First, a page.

In the latest issue:

Loathed by Huysmans

Julian Barnes

Too early or too late?

David Runciman

Short Cuts: Five Victorian Marriages

Tom Crewe

Society as a Broadband Network

William Davies

Indefinite Lent

Thomas Jones

In 1348

James Meek

The House of York

John Guy

At the Movies: Pasolini’s ‘Teorema’

Michael Wood

Secrets are like sex

Neal Ascherson

Poem: ‘The Bannisters’

Paul Muldoon

Clarice Lispector

Rivka Galchen

Marius Petipa

Simon Morrison

At the Foundling Museum: ‘Portraying Pregnancy’

Joanne O’Leary

Caroline Gordon v. Flannery O’Connor

Rupert Thomson


Joe Dunthorne

Poem: ‘The Reach of the Sea’

Maureen N. McLane

Diary: Where water used to be

Rosa Lyster

How to set up an ICU

Lana Spawls

Two PoemsAleksandar Ristovic, translated by Charles Simic


We never even felt our share of the eternal
in what was our life: the moments
from which these bursts of activity
and lethargy are made up,
the similarity between here and there
in inner and outer space. We exchanged life
for its semblance, the object for its shadow,
the visible coin for the invisible riches
whose origins are unknown and whose value
is ambiguous: the body for a wee spirit,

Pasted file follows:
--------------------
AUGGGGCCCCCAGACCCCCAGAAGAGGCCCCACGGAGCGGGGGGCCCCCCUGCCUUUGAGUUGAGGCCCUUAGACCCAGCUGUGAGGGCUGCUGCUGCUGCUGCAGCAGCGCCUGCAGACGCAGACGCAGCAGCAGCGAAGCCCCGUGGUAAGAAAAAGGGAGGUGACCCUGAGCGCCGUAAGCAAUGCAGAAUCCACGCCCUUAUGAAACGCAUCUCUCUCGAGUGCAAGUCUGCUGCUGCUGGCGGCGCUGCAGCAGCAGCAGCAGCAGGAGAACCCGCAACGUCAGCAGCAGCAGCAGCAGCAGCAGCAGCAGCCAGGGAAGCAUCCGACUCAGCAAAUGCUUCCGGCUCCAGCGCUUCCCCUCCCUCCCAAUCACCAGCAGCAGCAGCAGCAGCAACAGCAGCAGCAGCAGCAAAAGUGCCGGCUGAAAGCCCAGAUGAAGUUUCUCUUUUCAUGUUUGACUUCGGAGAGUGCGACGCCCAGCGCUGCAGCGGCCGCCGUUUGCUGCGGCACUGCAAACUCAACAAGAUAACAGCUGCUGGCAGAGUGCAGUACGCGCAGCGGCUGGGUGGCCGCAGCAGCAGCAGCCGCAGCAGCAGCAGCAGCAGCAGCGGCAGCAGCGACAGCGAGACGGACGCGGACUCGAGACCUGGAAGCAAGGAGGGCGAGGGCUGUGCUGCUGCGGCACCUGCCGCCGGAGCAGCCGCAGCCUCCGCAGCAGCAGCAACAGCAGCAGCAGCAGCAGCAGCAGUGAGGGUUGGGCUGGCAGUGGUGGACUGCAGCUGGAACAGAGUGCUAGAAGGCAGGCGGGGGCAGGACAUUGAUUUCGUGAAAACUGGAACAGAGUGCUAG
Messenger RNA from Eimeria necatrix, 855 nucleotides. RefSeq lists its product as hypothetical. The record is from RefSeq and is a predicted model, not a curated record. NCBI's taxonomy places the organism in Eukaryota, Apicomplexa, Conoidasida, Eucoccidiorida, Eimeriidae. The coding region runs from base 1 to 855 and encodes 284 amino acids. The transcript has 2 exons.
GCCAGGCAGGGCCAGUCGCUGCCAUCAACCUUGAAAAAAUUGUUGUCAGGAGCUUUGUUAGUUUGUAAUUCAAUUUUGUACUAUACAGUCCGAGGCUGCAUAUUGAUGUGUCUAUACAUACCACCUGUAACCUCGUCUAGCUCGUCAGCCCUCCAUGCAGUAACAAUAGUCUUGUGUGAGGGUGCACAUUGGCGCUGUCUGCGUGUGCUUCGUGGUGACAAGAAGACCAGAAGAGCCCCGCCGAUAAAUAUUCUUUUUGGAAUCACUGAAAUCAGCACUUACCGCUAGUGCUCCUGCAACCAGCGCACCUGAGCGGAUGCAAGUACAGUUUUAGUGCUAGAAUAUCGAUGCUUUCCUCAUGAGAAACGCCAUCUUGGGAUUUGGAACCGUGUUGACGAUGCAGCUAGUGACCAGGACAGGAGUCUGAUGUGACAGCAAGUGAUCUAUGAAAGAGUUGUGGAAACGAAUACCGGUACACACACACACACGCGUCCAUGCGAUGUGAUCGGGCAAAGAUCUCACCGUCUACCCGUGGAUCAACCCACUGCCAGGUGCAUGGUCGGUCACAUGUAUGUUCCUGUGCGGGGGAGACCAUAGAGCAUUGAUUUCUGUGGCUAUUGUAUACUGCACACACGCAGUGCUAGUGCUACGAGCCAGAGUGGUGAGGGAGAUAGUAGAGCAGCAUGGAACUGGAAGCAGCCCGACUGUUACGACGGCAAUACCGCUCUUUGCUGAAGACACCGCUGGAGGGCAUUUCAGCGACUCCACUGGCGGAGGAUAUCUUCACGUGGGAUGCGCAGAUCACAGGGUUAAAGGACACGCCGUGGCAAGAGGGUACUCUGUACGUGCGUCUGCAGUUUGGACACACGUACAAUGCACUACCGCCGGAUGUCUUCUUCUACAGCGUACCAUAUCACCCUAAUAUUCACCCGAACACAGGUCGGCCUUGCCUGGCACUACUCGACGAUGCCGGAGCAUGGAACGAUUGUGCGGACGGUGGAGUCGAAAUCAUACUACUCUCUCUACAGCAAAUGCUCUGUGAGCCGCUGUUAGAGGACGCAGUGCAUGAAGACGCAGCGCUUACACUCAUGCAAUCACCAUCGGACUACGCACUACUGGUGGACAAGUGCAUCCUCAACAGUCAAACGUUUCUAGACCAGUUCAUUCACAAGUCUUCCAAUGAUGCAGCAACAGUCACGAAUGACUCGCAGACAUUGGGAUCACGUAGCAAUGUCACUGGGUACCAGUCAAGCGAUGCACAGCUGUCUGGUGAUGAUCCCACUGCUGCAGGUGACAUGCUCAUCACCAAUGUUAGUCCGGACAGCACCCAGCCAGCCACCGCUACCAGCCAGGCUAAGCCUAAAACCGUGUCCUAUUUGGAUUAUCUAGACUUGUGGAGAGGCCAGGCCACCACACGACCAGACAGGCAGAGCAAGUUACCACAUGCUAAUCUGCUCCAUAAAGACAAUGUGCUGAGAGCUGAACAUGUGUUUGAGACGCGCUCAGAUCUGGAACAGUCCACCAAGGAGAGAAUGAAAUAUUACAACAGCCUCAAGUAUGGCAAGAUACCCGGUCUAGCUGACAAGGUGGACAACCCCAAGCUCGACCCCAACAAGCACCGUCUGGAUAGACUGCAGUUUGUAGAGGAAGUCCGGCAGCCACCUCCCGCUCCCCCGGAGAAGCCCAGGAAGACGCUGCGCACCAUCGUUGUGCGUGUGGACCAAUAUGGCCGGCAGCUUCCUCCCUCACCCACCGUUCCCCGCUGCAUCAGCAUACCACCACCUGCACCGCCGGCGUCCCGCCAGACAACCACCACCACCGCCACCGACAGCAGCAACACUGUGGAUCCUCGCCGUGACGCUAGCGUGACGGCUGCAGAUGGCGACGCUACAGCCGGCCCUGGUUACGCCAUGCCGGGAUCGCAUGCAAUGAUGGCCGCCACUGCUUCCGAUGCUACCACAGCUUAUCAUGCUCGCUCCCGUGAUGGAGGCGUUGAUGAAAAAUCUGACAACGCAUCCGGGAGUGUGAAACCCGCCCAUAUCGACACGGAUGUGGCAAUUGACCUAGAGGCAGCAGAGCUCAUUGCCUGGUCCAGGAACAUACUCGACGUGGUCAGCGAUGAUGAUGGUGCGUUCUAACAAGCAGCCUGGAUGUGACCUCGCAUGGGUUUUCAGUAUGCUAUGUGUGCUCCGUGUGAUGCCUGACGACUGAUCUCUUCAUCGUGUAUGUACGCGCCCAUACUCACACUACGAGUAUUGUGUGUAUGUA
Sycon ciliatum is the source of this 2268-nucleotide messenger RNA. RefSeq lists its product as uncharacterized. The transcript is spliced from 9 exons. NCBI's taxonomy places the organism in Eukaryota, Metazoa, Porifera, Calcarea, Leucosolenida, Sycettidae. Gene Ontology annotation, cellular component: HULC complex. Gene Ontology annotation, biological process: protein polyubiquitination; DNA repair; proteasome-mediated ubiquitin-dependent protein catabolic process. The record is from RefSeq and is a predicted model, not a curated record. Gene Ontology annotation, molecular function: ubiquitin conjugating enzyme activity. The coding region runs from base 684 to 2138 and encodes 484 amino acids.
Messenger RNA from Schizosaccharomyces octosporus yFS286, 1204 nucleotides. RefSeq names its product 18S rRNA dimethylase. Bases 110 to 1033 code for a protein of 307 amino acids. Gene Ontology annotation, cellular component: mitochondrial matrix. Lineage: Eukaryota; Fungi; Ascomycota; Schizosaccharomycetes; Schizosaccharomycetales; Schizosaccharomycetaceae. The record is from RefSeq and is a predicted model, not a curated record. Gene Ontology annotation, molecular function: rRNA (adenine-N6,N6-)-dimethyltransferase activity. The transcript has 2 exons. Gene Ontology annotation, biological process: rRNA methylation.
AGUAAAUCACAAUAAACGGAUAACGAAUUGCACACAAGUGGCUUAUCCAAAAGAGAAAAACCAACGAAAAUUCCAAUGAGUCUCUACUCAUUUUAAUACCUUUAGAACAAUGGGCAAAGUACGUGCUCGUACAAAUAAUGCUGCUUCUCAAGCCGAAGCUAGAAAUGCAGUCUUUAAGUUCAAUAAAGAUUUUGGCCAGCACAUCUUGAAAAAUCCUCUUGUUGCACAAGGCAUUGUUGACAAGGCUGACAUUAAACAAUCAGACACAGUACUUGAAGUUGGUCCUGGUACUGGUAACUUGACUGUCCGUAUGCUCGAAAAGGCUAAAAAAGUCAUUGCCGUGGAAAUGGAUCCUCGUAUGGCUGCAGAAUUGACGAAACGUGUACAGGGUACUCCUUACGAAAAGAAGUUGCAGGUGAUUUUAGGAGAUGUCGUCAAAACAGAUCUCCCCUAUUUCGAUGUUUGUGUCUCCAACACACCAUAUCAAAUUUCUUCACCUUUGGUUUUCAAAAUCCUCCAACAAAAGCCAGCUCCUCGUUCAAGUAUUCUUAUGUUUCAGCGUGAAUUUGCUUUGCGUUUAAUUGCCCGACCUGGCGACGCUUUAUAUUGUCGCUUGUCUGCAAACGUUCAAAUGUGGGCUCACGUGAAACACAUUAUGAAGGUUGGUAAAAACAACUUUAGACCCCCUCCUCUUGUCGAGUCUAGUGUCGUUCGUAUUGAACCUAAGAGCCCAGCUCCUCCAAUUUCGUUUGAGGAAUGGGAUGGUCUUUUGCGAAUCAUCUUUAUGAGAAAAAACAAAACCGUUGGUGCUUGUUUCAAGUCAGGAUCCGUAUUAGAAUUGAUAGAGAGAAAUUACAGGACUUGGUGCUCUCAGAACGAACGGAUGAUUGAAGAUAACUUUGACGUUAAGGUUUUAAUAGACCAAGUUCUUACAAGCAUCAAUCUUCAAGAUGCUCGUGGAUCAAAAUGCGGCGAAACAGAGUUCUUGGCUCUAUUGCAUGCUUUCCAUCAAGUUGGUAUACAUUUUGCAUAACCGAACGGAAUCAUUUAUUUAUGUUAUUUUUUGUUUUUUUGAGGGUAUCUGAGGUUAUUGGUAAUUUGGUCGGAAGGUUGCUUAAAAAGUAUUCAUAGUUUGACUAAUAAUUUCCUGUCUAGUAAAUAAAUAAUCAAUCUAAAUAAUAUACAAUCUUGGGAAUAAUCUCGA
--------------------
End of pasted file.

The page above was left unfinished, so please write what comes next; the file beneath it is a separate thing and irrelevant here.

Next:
the residue of this creation out of nothing,
as in a diaphanous box. Drop by drop
the borders are in motion, purgatory is open
for those of us holding a carving knife,
a rope, and a hoop made of wood.

Regarding Walking on Water

I’m trying to walk on water,
and you know, at times,
somehow, I manage to do so.

Believe me, the trick is
to fix on something else
besides one’s own gravity.

And so, here I am
teaching others to walk on water.
They wet the bottom of their trousers, but they learn.

Thus, when a few of us find ourselves walking on water,
we lean into one another’s faces
and scream with excitement.

My wife also walks on water;
sometimes all alone.
She carries a small apple in her hands and doesn’t make a peep.

Send Letters To:

The Editor
London Review of Books,
28 Little Russell Street
London, WC1A 2HN

Please include name, address, and a telephone number.

Read anywhere with the London Review of Books app, available now from the App Store for Apple devices, Google Play for Android devices and Amazon for your Kindle Fire.

Read More

Sign up to our newsletter

For highlights from the latest issue, our archive and the blog, as well as news, events and exclusive promotions.

Newsletter Preferences